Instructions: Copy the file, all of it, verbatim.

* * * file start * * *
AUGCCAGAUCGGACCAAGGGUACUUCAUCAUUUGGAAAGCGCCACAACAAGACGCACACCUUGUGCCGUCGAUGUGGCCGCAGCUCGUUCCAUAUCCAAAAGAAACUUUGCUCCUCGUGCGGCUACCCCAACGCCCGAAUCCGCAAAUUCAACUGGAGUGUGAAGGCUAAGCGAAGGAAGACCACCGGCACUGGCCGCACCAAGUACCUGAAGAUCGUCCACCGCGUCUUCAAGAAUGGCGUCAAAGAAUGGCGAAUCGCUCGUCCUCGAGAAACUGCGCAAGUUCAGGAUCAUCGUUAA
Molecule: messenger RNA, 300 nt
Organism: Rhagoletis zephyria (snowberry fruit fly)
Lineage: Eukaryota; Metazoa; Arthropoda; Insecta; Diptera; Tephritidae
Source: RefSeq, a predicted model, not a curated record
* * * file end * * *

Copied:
AUGCCAGAUCGGACCAAGGGUACUUCAUCAUUUGGAAAGCGCCACAACAAGACGCACACCUUGUGCCGUCGAUGUGGCCGCAGCUCGUUCCAUAUCCAAAAGAAACUUUGCUCCUCGUGCGGCUACCCCAACGCCCGAAUCCGCAAAUUCAACUGGAGUGUGAAGGCUAAGCGAAGGAAGACCACCGGCACUGGCCGCACCAAGUACCUGAAGAUCGUCCACCGCGUCUUCAAGAAUGGCGUCAAAGAAUGGCGAAUCGCUCGUCCUCGAGAAACUGCGCAAGUUCAGGAUCAUCGUUAA
Molecule: messenger RNA, 300 nt
Organism: Rhagoletis zephyria (snowberry fruit fly)
Lineage: Eukaryota; Metazoa; Arthropoda; Insecta; Diptera; Tephritidae
Source: RefSeq, a predicted model, not a curated record